Interestingly, 23 patients (4.8%) were diagnosed with ASD at some point during their follow-up. This is more than double the US prevalence of ASD, which is 1.8%.19 This association has been previously noted by Zahl and others.11 Children with ASD commonly have macrocrania, with a recent study showing an increase in extra-axial fluid on MRI in infants who would go on to develop ASD.20 In their case-control study, Shen et al.20 found that patients with ASD had significantly more extra-axial CSF than controls, which contributed to their macrocrania. These authors suggest that the macrocephaly in patients with ASD may be due to CSF accumulation and stagnation within the SAS.20 This could imply a common genetic origin between macrocephaly and ASD. Other studies have shown that children with BESS perform below their peers in school, indicating the presence of subtle neurocognitive difficulties that persist into adolescence.9,10 Caution should be taken when interpreting these results, as detection bias may be influencing the diagnosis of mild ASD in these children. This bias is twofold: parents and pediatricians are likely to monitor children with a diagnosis of BESS more closely for developmental delay, and children with neurocognitive problems are more likely to undergo imaging.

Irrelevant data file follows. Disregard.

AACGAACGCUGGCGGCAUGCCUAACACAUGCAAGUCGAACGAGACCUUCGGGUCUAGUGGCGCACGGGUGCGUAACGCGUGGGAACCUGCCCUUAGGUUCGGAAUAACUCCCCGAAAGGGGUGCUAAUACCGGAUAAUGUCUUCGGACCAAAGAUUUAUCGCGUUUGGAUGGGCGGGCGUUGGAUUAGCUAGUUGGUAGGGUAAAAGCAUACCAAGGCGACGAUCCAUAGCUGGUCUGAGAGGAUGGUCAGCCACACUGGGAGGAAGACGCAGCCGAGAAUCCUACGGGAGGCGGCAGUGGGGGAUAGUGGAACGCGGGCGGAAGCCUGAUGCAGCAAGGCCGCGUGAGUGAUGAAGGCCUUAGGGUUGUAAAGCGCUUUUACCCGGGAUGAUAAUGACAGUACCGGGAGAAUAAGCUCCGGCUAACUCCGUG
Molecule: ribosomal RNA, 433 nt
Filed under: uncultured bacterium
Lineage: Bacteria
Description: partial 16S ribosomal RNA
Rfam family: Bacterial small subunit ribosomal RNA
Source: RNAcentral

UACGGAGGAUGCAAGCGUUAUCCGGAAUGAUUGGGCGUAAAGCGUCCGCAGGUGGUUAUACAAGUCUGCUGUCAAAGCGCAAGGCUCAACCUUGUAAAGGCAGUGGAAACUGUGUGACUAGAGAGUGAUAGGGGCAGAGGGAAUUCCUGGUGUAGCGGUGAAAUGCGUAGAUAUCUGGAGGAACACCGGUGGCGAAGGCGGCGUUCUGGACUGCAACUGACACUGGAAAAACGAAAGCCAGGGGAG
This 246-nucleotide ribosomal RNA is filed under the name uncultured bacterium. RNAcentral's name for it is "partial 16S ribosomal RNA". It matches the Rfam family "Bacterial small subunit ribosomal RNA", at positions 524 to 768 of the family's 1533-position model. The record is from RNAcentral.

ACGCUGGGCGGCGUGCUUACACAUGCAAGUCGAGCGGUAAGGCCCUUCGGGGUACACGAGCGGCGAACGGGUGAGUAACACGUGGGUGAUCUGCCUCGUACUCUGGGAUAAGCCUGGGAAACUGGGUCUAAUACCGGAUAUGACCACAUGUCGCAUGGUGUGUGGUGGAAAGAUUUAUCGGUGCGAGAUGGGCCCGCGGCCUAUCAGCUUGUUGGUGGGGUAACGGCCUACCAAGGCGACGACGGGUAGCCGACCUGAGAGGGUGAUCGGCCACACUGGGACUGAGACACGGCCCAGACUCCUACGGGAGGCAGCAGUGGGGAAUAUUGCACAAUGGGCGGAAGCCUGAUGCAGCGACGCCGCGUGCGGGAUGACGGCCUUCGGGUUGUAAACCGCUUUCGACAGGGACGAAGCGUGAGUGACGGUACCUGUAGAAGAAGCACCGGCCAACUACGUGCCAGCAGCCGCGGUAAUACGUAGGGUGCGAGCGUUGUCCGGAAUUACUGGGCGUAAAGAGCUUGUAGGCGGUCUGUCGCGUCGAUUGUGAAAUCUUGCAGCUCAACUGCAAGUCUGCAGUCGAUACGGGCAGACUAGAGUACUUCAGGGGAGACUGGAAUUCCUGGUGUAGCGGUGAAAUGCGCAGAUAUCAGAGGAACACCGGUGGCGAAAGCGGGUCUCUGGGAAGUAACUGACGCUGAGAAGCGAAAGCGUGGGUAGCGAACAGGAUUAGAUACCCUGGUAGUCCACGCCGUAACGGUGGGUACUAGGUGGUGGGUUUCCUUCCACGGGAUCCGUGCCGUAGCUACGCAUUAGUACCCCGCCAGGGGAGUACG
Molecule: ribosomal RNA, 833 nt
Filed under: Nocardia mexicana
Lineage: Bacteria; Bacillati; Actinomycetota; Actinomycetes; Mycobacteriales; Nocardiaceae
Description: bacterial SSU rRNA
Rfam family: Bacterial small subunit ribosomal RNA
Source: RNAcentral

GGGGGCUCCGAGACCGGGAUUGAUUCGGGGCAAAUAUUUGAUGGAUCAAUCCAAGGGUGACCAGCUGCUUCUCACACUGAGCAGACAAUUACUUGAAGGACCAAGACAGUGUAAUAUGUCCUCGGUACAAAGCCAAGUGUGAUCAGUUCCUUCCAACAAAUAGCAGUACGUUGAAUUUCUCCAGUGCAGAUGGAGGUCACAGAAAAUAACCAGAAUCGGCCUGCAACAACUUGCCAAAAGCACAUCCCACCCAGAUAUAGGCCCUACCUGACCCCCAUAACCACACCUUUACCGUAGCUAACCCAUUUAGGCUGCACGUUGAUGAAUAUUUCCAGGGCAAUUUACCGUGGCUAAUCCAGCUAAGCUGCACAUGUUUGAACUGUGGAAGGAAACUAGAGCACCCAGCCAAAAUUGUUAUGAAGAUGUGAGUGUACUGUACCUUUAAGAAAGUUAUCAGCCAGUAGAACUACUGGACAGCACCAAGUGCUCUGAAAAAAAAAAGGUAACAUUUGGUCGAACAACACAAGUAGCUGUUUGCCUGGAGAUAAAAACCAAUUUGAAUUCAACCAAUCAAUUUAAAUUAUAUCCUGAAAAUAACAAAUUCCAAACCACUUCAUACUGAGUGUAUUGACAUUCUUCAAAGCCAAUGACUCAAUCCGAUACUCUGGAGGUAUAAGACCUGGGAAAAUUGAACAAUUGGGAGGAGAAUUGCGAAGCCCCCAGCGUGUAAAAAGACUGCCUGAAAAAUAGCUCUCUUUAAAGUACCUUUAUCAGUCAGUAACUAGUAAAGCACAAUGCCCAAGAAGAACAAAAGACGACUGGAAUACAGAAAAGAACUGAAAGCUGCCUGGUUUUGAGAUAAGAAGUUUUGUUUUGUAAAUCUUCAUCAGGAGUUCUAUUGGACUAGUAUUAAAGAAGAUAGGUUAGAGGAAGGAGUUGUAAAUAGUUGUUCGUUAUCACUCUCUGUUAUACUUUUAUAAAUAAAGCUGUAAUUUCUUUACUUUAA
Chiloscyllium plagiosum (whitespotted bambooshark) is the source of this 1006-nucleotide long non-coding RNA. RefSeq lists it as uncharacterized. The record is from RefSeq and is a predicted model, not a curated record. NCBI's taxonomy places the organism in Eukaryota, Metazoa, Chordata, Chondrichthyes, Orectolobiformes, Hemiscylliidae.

SDH Prevalence

In our population, 12% of patients were found to have SDHs during their clinical course. Eleven patients with BESS were seen prior to developing an SDH. Of these SDHs, 39 were without NAT or other significant trauma. Prior case series have reported lower incidences of SDH in this population, which may have been due to the length of follow-up in this study; the mean follow-up of 4.1 years is more than 3 times the prior follow-up durations.9,16 Although patients with BESS are more likely to develop an SDH, very few of them require surgical intervention. Only 15.5% of patients with SDH in our study underwent surgery, most commonly burr hole drainage or subdural to peritoneal shunts.

The pathophysiology of increased risk of SDH formation is not well understood. The current hypothesis states that the increased width of the SAS stretches the bridging veins and predisposes them to rupture.21 This hypothesis is supported by Papasian and Frim’s mathematical model of the intracranial space.12 Even though these patients are at increased risk of SDH formation with or without trauma, it is essential to perform a thorough trauma and NAT workup.6,16,21,22